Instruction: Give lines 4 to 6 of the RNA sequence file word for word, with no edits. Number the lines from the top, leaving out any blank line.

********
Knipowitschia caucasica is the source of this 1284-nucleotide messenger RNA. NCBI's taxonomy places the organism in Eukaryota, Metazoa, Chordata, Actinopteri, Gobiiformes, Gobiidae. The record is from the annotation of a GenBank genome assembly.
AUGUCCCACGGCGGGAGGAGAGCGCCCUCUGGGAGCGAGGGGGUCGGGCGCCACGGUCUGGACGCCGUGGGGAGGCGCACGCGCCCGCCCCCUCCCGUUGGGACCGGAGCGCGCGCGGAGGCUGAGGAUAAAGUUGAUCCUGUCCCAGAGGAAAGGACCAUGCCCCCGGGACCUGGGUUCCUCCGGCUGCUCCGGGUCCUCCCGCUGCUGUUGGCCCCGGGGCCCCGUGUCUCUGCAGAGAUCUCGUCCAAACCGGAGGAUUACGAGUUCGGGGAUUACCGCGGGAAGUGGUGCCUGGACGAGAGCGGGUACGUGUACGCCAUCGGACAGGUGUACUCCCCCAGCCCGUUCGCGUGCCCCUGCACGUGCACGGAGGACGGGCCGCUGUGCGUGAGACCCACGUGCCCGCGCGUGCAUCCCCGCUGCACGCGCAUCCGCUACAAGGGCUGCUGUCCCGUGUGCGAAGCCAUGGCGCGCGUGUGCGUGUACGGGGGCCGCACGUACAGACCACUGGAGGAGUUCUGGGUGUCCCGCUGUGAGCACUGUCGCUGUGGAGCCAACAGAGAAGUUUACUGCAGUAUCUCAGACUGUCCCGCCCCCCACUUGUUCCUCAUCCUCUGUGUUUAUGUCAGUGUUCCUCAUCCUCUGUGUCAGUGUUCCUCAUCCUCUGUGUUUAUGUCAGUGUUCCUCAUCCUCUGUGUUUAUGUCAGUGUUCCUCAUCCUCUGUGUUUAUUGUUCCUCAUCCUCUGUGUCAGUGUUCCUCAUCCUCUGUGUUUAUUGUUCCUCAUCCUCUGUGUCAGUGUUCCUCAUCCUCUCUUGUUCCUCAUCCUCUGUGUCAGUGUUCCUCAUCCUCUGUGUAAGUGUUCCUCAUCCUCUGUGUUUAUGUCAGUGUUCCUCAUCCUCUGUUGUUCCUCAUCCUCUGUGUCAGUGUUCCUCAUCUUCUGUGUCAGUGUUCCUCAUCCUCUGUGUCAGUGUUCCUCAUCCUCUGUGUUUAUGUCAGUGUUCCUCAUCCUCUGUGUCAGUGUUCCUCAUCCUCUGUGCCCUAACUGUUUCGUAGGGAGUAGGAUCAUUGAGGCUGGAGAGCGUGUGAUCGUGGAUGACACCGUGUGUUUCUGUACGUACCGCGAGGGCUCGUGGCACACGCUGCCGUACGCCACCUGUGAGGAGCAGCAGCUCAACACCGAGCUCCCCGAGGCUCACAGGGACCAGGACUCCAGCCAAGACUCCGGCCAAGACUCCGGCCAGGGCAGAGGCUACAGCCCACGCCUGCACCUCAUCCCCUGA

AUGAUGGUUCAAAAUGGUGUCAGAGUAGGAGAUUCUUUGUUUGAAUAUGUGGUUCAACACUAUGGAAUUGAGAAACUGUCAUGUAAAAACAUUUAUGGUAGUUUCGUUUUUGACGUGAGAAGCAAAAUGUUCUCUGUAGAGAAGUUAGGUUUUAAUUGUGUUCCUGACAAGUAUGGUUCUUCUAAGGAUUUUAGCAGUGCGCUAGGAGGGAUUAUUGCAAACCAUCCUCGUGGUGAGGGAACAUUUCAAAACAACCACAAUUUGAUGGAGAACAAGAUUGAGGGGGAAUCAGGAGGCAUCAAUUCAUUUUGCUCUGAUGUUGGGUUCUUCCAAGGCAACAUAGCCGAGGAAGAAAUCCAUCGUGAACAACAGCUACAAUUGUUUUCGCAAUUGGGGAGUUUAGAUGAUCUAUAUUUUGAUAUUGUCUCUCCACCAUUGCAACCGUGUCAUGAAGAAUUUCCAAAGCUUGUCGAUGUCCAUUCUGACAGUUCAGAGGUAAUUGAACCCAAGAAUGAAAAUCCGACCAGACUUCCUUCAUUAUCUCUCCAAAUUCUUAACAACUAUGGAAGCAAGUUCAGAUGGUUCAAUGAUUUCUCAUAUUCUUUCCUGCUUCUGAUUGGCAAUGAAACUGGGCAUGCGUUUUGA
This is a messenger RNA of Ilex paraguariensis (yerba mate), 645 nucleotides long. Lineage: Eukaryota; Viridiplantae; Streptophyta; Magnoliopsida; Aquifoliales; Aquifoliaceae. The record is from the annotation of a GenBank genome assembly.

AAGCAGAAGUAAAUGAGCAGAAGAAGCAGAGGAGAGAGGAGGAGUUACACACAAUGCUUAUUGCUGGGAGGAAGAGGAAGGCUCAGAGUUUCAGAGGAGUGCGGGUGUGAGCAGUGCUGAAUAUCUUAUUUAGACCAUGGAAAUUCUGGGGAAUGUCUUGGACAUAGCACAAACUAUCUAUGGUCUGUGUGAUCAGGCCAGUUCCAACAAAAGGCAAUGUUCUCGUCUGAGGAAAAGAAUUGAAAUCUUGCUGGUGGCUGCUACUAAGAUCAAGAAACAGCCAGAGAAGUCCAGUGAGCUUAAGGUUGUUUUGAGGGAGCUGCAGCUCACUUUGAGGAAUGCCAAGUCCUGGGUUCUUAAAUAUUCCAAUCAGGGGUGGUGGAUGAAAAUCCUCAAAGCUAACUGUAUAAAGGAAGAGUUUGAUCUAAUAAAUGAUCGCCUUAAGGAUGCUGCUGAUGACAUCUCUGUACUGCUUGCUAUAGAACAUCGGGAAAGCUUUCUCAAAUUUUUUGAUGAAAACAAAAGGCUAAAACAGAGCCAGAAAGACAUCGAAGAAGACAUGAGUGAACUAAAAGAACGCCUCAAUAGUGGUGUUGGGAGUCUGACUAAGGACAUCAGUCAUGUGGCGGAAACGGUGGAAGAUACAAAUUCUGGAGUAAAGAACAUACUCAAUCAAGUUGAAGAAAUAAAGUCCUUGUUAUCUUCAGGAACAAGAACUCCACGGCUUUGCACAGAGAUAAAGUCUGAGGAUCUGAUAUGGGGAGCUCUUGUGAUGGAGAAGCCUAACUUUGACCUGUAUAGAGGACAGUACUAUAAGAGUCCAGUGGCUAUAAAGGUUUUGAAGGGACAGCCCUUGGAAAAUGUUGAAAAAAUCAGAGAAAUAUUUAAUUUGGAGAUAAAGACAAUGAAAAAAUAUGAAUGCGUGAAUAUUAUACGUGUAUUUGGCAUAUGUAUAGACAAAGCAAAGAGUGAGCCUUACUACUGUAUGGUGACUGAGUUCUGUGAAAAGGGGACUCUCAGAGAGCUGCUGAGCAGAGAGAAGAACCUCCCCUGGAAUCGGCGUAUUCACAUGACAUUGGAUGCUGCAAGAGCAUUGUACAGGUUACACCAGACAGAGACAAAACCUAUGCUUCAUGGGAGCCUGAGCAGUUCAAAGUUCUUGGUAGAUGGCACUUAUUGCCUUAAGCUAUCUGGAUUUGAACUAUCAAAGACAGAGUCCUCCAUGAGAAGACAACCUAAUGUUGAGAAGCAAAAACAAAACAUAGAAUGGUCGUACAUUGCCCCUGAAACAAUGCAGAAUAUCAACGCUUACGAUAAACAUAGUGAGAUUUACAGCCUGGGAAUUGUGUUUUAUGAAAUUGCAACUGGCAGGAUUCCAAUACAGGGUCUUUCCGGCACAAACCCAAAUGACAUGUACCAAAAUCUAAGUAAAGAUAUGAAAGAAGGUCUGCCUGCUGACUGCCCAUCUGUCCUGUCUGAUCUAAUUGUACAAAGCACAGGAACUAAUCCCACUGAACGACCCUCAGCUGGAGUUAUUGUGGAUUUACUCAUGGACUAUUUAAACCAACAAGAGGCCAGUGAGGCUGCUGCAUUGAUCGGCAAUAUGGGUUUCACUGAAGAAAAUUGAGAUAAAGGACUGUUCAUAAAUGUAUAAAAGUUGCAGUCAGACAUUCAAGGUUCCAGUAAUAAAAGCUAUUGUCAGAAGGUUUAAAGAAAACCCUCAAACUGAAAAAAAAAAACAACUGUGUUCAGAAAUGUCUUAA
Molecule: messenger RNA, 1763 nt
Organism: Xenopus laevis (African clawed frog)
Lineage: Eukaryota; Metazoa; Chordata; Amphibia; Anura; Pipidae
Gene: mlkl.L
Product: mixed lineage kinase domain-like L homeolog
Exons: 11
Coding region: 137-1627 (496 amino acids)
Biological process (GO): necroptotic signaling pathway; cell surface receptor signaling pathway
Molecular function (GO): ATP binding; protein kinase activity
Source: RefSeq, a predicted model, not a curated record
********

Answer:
This is a messenger RNA of Ilex paraguariensis (yerba mate), 645 nucleotides long. Lineage: Eukaryota; Viridiplantae; Streptophyta; Magnoliopsida; Aquifoliales; Aquifoliaceae. The record is from the annotation of a GenBank genome assembly.

AAGCAGAAGUAAAUGAGCAGAAGAAGCAGAGGAGAGAGGAGGAGUUACACACAAUGCUUAUUGCUGGGAGGAAGAGGAAGGCUCAGAGUUUCAGAGGAGUGCGGGUGUGAGCAGUGCUGAAUAUCUUAUUUAGACCAUGGAAAUUCUGGGGAAUGUCUUGGACAUAGCACAAACUAUCUAUGGUCUGUGUGAUCAGGCCAGUUCCAACAAAAGGCAAUGUUCUCGUCUGAGGAAAAGAAUUGAAAUCUUGCUGGUGGCUGCUACUAAGAUCAAGAAACAGCCAGAGAAGUCCAGUGAGCUUAAGGUUGUUUUGAGGGAGCUGCAGCUCACUUUGAGGAAUGCCAAGUCCUGGGUUCUUAAAUAUUCCAAUCAGGGGUGGUGGAUGAAAAUCCUCAAAGCUAACUGUAUAAAGGAAGAGUUUGAUCUAAUAAAUGAUCGCCUUAAGGAUGCUGCUGAUGACAUCUCUGUACUGCUUGCUAUAGAACAUCGGGAAAGCUUUCUCAAAUUUUUUGAUGAAAACAAAAGGCUAAAACAGAGCCAGAAAGACAUCGAAGAAGACAUGAGUGAACUAAAAGAACGCCUCAAUAGUGGUGUUGGGAGUCUGACUAAGGACAUCAGUCAUGUGGCGGAAACGGUGGAAGAUACAAAUUCUGGAGUAAAGAACAUACUCAAUCAAGUUGAAGAAAUAAAGUCCUUGUUAUCUUCAGGAACAAGAACUCCACGGCUUUGCACAGAGAUAAAGUCUGAGGAUCUGAUAUGGGGAGCUCUUGUGAUGGAGAAGCCUAACUUUGACCUGUAUAGAGGACAGUACUAUAAGAGUCCAGUGGCUAUAAAGGUUUUGAAGGGACAGCCCUUGGAAAAUGUUGAAAAAAUCAGAGAAAUAUUUAAUUUGGAGAUAAAGACAAUGAAAAAAUAUGAAUGCGUGAAUAUUAUACGUGUAUUUGGCAUAUGUAUAGACAAAGCAAAGAGUGAGCCUUACUACUGUAUGGUGACUGAGUUCUGUGAAAAGGGGACUCUCAGAGAGCUGCUGAGCAGAGAGAAGAACCUCCCCUGGAAUCGGCGUAUUCACAUGACAUUGGAUGCUGCAAGAGCAUUGUACAGGUUACACCAGACAGAGACAAAACCUAUGCUUCAUGGGAGCCUGAGCAGUUCAAAGUUCUUGGUAGAUGGCACUUAUUGCCUUAAGCUAUCUGGAUUUGAACUAUCAAAGACAGAGUCCUCCAUGAGAAGACAACCUAAUGUUGAGAAGCAAAAACAAAACAUAGAAUGGUCGUACAUUGCCCCUGAAACAAUGCAGAAUAUCAACGCUUACGAUAAACAUAGUGAGAUUUACAGCCUGGGAAUUGUGUUUUAUGAAAUUGCAACUGGCAGGAUUCCAAUACAGGGUCUUUCCGGCACAAACCCAAAUGACAUGUACCAAAAUCUAAGUAAAGAUAUGAAAGAAGGUCUGCCUGCUGACUGCCCAUCUGUCCUGUCUGAUCUAAUUGUACAAAGCACAGGAACUAAUCCCACUGAACGACCCUCAGCUGGAGUUAUUGUGGAUUUACUCAUGGACUAUUUAAACCAACAAGAGGCCAGUGAGGCUGCUGCAUUGAUCGGCAAUAUGGGUUUCACUGAAGAAAAUUGAGAUAAAGGACUGUUCAUAAAUGUAUAAAAGUUGCAGUCAGACAUUCAAGGUUCCAGUAAUAAAAGCUAUUGUCAGAAGGUUUAAAGAAAACCCUCAAACUGAAAAAAAAAAACAACUGUGUUCAGAAAUGUCUUAA
Molecule: messenger RNA, 1763 nt